Horner’s coaching style is a mix of every one he’s worked with, but his dad has had the biggest influence on him.
“Whenever I have something going on, he’s the first person I call,” Jeff said. After playing professionally three seasons in Belgium and France, with a season with the Iowa Energy in the NBA G-League in between, Horner decided to follow in his father’s footsteps. He spent the 2009-10 season as an assistant coach at Grand View in Des Moines. He left to become the head coach at Valley of West Des Moines for three seasons that included a runner-up finish at state in 2014.
Then Brian Jones added him to his staff at North Dakota. Four seasons later, Horner was hired at Truman State.
The Bulldogs were 14-15 his first season. Star player Brodric Thomas, now on the Houston Rockets’ roster, missed the first eight games with a broken foot. The team’s starting center also missed four games with a knee injury.
“We were fighting and battling injuries that first year,” Horner said. “The kids kept playing hard. Last year, everything kind of came together.”
Truman State finished 23-8 last season, even with Horner’s health issues. The Bulldogs were the No. 2 seed in the NCAA Division II Tournament. Four hours into their bus ride to Indianapolis, Ind., for the tournament, it was postponed because of COVID-19. This season’s team has a definite Iowa flavor. Nine of the 18 players on the roster are from Iowa. Four members of next season’s incoming recruiting class are also from Iowa. The Bulldogs’ leading scorer, junior forward Cade McKnight, is from Grinnell. Guard Masen Miller, from Regina High School in Iowa City, is the starting two guard and the leading candidate to win freshman of the year honors in the Great Lakes Valley Conference. Truman State’s only loss was a 90-83 decision at Maryville in the seventh game of the season. Horner missed that game after testing positive for COVID-19.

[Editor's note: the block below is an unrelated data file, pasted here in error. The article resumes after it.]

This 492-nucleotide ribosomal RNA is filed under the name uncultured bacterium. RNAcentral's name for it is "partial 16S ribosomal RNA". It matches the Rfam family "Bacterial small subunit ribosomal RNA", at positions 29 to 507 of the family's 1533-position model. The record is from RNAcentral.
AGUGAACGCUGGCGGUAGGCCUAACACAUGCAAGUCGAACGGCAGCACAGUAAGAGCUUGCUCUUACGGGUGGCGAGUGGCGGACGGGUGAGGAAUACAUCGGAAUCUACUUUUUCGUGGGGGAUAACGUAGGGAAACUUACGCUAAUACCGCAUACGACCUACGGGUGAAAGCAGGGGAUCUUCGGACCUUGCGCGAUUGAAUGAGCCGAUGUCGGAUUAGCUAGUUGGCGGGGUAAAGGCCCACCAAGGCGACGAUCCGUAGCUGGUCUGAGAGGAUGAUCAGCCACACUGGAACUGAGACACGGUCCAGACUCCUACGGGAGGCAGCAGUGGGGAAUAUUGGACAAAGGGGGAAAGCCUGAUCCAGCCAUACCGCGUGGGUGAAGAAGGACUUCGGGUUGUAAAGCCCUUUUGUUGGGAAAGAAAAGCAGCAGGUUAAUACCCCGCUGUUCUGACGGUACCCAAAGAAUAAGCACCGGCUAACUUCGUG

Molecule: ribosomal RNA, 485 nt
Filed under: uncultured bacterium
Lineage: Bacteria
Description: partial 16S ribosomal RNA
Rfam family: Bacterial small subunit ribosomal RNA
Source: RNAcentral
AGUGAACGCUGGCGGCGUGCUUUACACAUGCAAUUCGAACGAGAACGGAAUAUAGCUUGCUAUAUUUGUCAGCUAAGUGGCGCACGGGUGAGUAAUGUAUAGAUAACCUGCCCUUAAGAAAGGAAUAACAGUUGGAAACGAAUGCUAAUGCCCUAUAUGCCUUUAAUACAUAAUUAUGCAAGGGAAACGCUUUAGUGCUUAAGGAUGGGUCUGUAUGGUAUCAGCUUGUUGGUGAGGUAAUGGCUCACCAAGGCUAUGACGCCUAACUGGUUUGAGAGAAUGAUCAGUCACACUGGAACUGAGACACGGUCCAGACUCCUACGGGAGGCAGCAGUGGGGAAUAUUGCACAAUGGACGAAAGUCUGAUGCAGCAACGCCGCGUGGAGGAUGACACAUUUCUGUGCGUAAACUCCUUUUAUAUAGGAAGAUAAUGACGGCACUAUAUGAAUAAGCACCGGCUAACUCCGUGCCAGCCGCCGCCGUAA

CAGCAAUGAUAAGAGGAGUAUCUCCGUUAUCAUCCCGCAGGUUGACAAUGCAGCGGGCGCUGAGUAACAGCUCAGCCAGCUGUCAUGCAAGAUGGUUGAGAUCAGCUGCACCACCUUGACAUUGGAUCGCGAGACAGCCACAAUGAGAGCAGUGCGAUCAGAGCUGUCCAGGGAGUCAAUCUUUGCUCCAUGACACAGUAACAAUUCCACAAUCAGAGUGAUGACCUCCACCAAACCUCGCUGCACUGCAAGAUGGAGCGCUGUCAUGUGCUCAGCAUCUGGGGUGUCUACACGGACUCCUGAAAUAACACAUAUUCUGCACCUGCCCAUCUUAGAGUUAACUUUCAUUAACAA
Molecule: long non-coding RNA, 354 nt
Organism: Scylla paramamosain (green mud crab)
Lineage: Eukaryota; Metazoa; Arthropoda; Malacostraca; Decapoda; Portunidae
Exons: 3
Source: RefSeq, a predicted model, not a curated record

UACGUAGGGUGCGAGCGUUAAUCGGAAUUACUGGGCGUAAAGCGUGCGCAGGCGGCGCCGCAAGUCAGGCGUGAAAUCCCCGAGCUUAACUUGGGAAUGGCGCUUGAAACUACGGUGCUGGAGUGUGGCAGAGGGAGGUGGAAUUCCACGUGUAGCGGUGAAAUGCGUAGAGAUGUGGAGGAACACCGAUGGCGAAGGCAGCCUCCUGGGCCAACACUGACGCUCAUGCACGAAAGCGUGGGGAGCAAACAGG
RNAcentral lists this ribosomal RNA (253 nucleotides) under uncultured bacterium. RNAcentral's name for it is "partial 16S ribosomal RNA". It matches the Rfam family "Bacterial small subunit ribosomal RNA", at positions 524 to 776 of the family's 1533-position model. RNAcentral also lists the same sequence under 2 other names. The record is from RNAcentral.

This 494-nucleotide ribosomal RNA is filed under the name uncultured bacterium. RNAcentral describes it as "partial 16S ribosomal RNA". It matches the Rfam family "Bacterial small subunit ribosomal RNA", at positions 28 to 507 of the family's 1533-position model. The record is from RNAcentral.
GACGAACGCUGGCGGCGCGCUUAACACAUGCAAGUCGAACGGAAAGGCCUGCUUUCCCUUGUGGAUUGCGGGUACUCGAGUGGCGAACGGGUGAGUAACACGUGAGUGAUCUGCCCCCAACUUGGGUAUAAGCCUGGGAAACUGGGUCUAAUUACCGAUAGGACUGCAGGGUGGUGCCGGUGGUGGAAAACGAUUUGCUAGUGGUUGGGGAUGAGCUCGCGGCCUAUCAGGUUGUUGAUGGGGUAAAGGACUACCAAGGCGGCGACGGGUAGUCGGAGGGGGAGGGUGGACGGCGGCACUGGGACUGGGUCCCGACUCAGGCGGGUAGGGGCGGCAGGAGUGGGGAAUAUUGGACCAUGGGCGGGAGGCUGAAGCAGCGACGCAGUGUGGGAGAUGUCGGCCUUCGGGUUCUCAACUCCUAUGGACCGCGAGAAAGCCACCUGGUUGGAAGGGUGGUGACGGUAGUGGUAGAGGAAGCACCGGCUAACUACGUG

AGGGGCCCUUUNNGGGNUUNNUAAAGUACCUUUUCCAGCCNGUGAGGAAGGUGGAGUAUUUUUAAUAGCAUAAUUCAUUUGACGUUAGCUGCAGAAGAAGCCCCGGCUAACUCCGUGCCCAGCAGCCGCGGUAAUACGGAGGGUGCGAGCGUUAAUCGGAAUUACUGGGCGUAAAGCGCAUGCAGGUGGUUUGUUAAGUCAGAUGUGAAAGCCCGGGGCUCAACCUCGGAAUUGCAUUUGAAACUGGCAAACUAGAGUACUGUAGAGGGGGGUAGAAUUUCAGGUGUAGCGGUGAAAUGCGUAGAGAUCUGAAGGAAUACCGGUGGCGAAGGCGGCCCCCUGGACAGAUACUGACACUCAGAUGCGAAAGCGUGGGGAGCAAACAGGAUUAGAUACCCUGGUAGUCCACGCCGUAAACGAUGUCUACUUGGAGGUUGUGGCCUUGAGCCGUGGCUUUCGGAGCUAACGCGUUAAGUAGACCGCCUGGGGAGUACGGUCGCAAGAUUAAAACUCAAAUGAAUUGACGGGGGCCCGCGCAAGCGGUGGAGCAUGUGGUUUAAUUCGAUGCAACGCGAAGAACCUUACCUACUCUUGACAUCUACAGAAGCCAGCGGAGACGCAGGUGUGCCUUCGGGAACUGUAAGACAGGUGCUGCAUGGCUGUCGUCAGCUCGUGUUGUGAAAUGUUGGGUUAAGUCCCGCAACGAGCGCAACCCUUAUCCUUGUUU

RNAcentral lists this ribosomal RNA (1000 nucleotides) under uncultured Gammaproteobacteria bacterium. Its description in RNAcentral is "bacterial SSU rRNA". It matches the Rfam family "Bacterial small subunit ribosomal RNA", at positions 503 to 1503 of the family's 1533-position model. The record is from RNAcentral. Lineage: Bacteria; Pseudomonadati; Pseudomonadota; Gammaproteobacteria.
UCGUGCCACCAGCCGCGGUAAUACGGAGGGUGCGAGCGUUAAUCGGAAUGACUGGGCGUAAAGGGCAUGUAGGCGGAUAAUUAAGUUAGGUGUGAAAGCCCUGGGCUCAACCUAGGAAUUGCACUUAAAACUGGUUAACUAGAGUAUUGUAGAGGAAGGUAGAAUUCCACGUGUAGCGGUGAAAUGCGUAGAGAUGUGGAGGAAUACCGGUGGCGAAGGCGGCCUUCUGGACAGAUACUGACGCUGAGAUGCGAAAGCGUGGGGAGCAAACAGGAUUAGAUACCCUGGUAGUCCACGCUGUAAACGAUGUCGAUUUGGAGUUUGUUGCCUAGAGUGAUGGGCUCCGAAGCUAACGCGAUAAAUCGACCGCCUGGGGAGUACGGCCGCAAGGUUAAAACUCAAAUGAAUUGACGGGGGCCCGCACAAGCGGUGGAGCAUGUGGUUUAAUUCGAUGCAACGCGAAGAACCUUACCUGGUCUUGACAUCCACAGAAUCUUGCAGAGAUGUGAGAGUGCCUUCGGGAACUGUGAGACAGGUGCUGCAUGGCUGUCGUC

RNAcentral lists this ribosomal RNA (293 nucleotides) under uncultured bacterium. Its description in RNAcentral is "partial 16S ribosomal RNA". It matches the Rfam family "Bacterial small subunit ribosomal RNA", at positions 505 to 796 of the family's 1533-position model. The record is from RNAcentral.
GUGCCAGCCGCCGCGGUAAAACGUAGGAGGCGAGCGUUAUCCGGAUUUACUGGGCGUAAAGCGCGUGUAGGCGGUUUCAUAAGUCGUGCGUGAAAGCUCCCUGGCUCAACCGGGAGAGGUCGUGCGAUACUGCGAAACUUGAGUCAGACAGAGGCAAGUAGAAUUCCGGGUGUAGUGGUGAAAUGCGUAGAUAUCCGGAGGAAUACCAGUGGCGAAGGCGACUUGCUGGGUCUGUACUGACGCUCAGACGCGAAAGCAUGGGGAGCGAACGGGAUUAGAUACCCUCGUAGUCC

“I got it right after Christmas,” Horner said. “My mom (Bev) and dad ended up having it. I’m guessing that I probably got it from them. I was expecting to be really sick. But I was actually asymptomatic.”
Horner was scheduled to receive the vaccine on Wednesday. Miller also missed the Maryville loss because he was in quarantine. Truman State won the rematch, 72-47. Three games this season have been postponed because of the pandemic.
“I feel bad for the kids,” Horner said. “Last year we’re the No. 2 seed and the NCAA Tournament gets canceled. Here we have two of the better teams, maybe, in program history, and they get this kind of stuff going on.”
One thing Horner’s professional playing career taught him was to not have one eye focused on the future.
“I was worrying about where I was going to be next year instead of focusing on that year,” he said.
That said, he does have aspirations of being a Division I head coach some day.
“I think a lot of coaches say, “I don’t want to do this,” because they don’t want to upset someone,” Horner said. “ But I do want to be a Division I coach some day. When that is, I don’t know. When you start having kids of your own those things change, because you don’t want to be moving around every year. And the guys who are here, we recruited then to play here for us. That always ends up being a tough part of things, because your team is like your second family.”
Horner is quick to point out that his long-range plans don’t reflect on his feelings for his current job.
“I’m really happy where I’m at,” Horner said. “We’ve got a good group of kids who listen and work hard. So I couldn’t ask for anything more.”